Lourdes Radiation Oncologists work together with their colleagues in other disciplines, such as surgery and medical oncology, to provide patients with the widest range and combination of therapies for cancer care.
Lourdes Radiation Oncologists offer all variety of radiation therapy, including:
BrachytherapyTiny canisters of radioactive materials called "seeds" can be implanted in the body to deliver carefully localized radiation treatment. This treatment is particularly effective for prostate cancer.
External Beam RadiationRadiation therapy uses high-energy rays or particles to kill cancer cells. External beam radiation therapy focuses energy on the tumor from a source outside your body. It is much like getting an X-ray but for a longer period of time. Before you start treatments, you must first have a series of imaging studies such as MRIs, CT scans, or plain x-rays so that doctors know exactly where your tumor is located within the body. Technicians will probably mark your body with ink that will help to guide your treatments. External beam radiation lasts only a few minutes and is painless.
Aside from being used as a treatment for cancer, external beam radiation can also be used to help relieve bone pain when the cancer has spread to a specific area of bone.
Image-Guided Radiation Therapy (IGRT)At Lourdes Medical Center of Burlington County, radiation oncologists also perform Image-Guided Intensity-Modulated Radiation Therapy (IGRT), an ultrasound-based technology that provides unparalleled tumor targeting and control.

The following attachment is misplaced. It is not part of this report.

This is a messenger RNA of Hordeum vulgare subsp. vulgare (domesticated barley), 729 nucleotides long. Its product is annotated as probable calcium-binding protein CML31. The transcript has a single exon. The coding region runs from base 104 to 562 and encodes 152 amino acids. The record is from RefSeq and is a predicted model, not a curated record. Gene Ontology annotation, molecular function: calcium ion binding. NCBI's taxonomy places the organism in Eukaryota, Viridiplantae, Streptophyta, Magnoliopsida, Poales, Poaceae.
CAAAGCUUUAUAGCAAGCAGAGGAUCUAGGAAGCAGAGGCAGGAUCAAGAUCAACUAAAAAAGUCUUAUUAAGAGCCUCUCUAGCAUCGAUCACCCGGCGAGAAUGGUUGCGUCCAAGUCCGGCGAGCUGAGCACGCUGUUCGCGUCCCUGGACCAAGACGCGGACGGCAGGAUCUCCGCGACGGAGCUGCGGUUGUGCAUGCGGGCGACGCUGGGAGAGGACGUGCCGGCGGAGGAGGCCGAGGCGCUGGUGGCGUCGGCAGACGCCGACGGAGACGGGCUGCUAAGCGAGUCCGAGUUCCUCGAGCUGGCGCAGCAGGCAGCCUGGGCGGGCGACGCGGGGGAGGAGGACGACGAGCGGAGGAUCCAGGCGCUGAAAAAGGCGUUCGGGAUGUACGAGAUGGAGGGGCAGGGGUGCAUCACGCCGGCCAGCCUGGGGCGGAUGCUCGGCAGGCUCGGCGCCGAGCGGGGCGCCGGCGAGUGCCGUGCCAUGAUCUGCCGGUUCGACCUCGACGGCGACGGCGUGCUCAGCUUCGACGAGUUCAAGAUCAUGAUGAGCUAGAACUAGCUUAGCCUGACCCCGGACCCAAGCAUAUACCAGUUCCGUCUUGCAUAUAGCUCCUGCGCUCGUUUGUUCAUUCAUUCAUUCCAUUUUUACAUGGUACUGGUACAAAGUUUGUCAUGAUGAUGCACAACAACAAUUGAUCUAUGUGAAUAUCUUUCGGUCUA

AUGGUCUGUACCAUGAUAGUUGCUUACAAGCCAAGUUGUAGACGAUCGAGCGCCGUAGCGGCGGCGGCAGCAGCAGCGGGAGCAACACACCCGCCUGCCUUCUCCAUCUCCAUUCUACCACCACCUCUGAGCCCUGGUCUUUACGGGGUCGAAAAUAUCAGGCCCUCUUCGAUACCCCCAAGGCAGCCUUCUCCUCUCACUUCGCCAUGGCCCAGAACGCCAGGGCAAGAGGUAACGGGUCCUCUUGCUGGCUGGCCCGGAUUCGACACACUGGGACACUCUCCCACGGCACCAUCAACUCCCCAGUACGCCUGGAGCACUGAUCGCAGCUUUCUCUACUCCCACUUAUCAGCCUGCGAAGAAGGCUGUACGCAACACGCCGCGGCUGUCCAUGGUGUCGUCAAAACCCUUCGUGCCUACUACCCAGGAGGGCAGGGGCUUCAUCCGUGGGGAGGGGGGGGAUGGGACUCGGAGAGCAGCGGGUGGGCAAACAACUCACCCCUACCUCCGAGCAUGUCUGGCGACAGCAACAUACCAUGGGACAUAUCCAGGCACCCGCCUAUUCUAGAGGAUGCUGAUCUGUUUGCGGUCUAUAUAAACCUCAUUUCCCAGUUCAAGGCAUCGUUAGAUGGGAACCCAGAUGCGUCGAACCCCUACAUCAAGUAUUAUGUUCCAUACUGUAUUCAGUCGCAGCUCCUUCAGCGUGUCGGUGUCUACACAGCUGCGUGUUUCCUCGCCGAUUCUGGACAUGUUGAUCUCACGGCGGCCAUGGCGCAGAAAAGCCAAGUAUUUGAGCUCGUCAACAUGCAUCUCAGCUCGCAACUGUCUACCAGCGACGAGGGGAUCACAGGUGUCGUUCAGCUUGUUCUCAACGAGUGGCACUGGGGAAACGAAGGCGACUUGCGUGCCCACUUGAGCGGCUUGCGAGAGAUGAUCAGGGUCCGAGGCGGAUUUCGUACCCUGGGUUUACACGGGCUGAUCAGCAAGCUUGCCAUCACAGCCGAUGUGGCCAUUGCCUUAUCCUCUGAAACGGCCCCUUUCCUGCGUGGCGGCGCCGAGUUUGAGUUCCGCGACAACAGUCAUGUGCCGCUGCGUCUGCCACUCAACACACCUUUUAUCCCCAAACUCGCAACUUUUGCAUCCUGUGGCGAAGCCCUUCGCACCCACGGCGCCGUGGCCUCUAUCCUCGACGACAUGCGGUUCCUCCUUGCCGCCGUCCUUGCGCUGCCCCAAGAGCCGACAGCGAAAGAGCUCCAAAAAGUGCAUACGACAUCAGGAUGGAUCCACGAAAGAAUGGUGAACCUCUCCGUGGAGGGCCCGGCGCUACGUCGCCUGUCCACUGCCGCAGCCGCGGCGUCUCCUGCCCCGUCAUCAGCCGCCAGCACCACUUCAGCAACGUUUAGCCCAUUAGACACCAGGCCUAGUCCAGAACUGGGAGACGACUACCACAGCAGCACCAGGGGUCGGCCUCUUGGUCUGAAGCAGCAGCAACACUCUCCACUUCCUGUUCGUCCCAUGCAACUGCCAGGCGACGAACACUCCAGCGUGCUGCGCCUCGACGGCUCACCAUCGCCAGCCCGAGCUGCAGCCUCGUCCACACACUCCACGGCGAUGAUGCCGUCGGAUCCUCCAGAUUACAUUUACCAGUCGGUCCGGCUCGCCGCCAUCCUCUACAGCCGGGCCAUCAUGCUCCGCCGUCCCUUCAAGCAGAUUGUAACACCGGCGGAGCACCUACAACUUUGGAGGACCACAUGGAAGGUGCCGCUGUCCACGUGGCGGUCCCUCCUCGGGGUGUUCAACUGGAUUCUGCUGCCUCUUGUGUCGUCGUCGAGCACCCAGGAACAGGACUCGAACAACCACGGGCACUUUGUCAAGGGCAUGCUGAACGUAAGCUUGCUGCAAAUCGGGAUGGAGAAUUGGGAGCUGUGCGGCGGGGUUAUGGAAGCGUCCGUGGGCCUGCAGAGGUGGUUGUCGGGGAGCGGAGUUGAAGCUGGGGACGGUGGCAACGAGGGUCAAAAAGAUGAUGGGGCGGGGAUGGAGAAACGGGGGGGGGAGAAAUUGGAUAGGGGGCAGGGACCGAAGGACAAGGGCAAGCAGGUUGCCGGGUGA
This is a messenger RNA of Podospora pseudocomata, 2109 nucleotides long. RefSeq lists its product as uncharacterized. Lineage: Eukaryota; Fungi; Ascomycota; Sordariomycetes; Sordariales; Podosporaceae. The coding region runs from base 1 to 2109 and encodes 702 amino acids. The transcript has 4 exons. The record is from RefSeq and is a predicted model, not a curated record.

Currently, the treatment is being used for prostate tumors and allows doctors to pinpoint the tumor with laser accuracy. The data is fed into a computer that controls a linear accelerator. Lead "leaves" shape the beam, which can be pointed at the patient from different directions.
Intensity-Modulated Radiation Therapy (IMRT)Intensity-Modulated Radiation Therapy (IMRT) utilizes computer-controlled X-ray accelerators to deliver precise radiation doses to a malignant tumor. The IMRT technology is so advanced that the accelerator can be programmed to actually wrap and angle beams of radiation around normal tissue and organs, protecting "good cells" as they destroy the tumor.
IMRT focuses concentrated radiation on the affected site, to get higher radiation doses to the tumor and spare the normal tissue, even in cases where the normal tissue is side-by-side with the tumor. In other words, this procedure allows pinpoint accuracy to control tumors. It results in more radiation to the tumor and less to surrounding healthy tissue.
IMRT can be used effectively to treat a number of different cancers. They include cancers of the:
- Head and neck
- Left breast
- Pancreas and Gastrointestinal system
IMRT also can be used for the treatment of gynecological, liver and brain tumors, lymphomas, sarcomas and pediatric malignancies.
In order to pinpoint the exact location of the tumor, doctors use several types of scanning procedures, including computed tomography (CT), positron emission tomography (PET) and magnetic resonance imaging (MRI).
Each IMRT treatment session lasts 15 to 20 minutes, and may occur over several weeks on an outpatient basis. Like conventional beam radiation, IMRT is painless. However, because IMRT can direct a higher dose of radiation to cancer cells and spare surrounding healthy cells from unnecessary exposure, tumor control is much better and patients experience fewer side effects. As a result, patients remain stronger and lead more normal lives during treatment.